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Critic Reviews for Marseille
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Audience Reviews for Marseille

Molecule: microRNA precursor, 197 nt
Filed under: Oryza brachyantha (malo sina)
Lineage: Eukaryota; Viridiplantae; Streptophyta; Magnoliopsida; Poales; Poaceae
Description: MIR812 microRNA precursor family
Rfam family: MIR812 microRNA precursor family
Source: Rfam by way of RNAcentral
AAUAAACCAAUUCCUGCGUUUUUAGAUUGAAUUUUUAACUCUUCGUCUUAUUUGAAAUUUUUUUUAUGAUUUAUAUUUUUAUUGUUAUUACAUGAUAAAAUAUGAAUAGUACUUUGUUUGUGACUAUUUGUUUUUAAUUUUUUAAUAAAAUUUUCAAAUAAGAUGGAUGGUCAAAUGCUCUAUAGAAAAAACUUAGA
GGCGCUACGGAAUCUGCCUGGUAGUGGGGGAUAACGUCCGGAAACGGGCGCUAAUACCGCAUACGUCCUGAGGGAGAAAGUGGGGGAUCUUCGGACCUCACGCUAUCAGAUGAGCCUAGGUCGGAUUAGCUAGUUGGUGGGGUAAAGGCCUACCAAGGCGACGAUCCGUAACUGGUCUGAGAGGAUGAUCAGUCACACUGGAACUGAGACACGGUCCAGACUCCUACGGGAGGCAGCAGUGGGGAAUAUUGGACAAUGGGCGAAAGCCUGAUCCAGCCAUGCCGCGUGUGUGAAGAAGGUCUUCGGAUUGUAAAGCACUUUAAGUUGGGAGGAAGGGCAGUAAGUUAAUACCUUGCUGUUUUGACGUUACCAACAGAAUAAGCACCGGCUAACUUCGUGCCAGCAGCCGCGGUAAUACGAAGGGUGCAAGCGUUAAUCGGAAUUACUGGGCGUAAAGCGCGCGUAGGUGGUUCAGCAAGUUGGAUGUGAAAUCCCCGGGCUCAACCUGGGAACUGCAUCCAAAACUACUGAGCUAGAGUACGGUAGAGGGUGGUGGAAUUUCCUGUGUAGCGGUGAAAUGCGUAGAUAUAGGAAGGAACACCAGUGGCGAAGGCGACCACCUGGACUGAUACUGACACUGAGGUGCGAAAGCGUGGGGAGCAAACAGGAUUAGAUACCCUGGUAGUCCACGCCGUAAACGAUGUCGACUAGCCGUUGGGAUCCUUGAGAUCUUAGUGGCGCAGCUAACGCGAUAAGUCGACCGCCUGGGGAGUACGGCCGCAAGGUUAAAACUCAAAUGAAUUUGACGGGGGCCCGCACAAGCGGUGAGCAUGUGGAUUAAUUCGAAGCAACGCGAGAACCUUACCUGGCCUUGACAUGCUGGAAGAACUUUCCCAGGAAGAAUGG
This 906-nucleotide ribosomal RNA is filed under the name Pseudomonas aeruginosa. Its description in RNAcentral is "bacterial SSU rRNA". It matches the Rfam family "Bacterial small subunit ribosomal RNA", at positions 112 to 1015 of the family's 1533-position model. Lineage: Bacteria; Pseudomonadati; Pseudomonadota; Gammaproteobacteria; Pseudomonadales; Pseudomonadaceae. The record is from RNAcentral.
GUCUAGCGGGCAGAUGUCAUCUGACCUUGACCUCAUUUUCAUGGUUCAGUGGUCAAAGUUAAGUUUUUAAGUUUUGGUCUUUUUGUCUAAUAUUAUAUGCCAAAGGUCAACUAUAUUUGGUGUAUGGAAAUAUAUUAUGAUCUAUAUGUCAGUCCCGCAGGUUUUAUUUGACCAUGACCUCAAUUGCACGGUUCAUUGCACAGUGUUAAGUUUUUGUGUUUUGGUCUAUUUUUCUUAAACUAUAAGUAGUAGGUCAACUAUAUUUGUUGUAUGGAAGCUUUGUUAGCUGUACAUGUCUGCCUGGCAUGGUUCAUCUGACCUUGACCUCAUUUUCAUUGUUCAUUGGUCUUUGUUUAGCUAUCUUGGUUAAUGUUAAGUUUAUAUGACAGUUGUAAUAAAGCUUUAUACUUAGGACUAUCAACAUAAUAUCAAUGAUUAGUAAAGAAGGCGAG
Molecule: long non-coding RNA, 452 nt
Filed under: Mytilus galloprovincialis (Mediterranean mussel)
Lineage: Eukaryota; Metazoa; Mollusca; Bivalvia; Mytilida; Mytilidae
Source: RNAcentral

The camera in Marseille seems to be a mere spectator. Unaware of it is portraying, it unveils Sophie only when she allows to be observed. Unable to invade her privacy, it can only, like we, form a sketch of the young photographer, without never glimpse her interior. Schanelec says she wanted to show the mental state of Sophie, herr reactions to what happens to her, the consequences, and not things that she could leave to our imagination; however, these gaps, these fleeting spaces are what form the whole picture and are the most interesting about it. As Sophie takes pictures of Marseille to see it and then understand it, we join the "snapshots" of her stay in Marseille and of her life in Berlin in order to form the complete picture, without knowing that it will never be completed. The transition from Marseille to Berlin is quite interesting, since it occurs without any prior notice. The only sign is the change of the language, or, for those who have watched Angela Schanelec's previous films, the presence of the actress Sophie Aigner, protagonist of Place in the City and one of the characters of "Passin Summer" (the little boy Louis Schanelec is also present in all the three films). Another interesting point in Marseille is the presentation of Ivan and Hanna and their jobs: the long minutes he photographs workers of a factory and when we follow the exhaustive reharsal of Strindberg's The Dance of Death where Hanna plays the maid Jenny, initially seem to be unconnected parts that not belong to the film we are watching. Sophie's relationship with the couple is also another unclear point. Although the synopsis presented by Peripher Filmverleih says that Hanna is her best friend and that Sophie nurtures an undeclared love for Ivan, their relationship is much closer to a relationship of sisters and the supposed love was something I never considered. Reading about the movie, I came to a review where the author raises the possibility of a parallel between Marseille and Chekhov's "The Seagull "that, in fact, appears in Schanelec's next film: "We think of Chekhov, of course, not only because the child is called Anton (Anton Chekhov), but also because of this sly, mild, severe, deep and bright tone - all at the same time. Also, Chekhov is mentioned. Anton talks about her mother, that said in a play: 'I am a seagull'. "
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